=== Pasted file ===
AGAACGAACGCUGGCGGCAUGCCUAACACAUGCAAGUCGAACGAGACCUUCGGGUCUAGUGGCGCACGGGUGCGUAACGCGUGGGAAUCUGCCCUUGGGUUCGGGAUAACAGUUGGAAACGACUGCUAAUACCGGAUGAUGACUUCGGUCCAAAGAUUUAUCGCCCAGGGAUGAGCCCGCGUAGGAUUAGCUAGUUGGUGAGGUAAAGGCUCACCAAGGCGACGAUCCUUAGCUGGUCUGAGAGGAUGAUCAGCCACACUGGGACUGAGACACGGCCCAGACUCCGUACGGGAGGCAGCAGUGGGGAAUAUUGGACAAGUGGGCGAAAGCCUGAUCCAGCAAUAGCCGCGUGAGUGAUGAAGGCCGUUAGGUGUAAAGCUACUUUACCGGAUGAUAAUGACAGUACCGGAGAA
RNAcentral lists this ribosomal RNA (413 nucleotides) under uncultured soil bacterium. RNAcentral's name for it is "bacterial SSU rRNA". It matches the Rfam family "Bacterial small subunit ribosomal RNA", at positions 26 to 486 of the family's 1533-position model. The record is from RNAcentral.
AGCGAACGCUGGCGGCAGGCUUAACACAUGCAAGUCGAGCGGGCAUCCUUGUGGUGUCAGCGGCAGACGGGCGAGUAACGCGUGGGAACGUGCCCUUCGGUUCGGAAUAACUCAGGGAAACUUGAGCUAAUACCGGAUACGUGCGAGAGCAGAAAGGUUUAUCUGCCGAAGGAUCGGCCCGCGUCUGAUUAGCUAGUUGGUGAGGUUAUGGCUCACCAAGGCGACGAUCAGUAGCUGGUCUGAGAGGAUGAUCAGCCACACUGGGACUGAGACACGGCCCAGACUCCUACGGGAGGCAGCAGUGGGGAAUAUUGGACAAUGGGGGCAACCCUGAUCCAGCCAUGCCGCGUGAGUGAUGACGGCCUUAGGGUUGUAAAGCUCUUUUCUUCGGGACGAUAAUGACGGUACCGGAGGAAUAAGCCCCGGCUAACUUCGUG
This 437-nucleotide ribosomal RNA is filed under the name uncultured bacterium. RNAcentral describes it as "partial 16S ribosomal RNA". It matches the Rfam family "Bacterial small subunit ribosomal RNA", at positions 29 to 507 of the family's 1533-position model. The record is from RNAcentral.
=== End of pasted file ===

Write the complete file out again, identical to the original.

AGAACGAACGCUGGCGGCAUGCCUAACACAUGCAAGUCGAACGAGACCUUCGGGUCUAGUGGCGCACGGGUGCGUAACGCGUGGGAAUCUGCCCUUGGGUUCGGGAUAACAGUUGGAAACGACUGCUAAUACCGGAUGAUGACUUCGGUCCAAAGAUUUAUCGCCCAGGGAUGAGCCCGCGUAGGAUUAGCUAGUUGGUGAGGUAAAGGCUCACCAAGGCGACGAUCCUUAGCUGGUCUGAGAGGAUGAUCAGCCACACUGGGACUGAGACACGGCCCAGACUCCGUACGGGAGGCAGCAGUGGGGAAUAUUGGACAAGUGGGCGAAAGCCUGAUCCAGCAAUAGCCGCGUGAGUGAUGAAGGCCGUUAGGUGUAAAGCUACUUUACCGGAUGAUAAUGACAGUACCGGAGAA
RNAcentral lists this ribosomal RNA (413 nucleotides) under uncultured soil bacterium. RNAcentral's name for it is "bacterial SSU rRNA". It matches the Rfam family "Bacterial small subunit ribosomal RNA", at positions 26 to 486 of the family's 1533-position model. The record is from RNAcentral.
AGCGAACGCUGGCGGCAGGCUUAACACAUGCAAGUCGAGCGGGCAUCCUUGUGGUGUCAGCGGCAGACGGGCGAGUAACGCGUGGGAACGUGCCCUUCGGUUCGGAAUAACUCAGGGAAACUUGAGCUAAUACCGGAUACGUGCGAGAGCAGAAAGGUUUAUCUGCCGAAGGAUCGGCCCGCGUCUGAUUAGCUAGUUGGUGAGGUUAUGGCUCACCAAGGCGACGAUCAGUAGCUGGUCUGAGAGGAUGAUCAGCCACACUGGGACUGAGACACGGCCCAGACUCCUACGGGAGGCAGCAGUGGGGAAUAUUGGACAAUGGGGGCAACCCUGAUCCAGCCAUGCCGCGUGAGUGAUGACGGCCUUAGGGUUGUAAAGCUCUUUUCUUCGGGACGAUAAUGACGGUACCGGAGGAAUAAGCCCCGGCUAACUUCGUG
This 437-nucleotide ribosomal RNA is filed under the name uncultured bacterium. RNAcentral describes it as "partial 16S ribosomal RNA". It matches the Rfam family "Bacterial small subunit ribosomal RNA", at positions 29 to 507 of the family's 1533-position model. The record is from RNAcentral.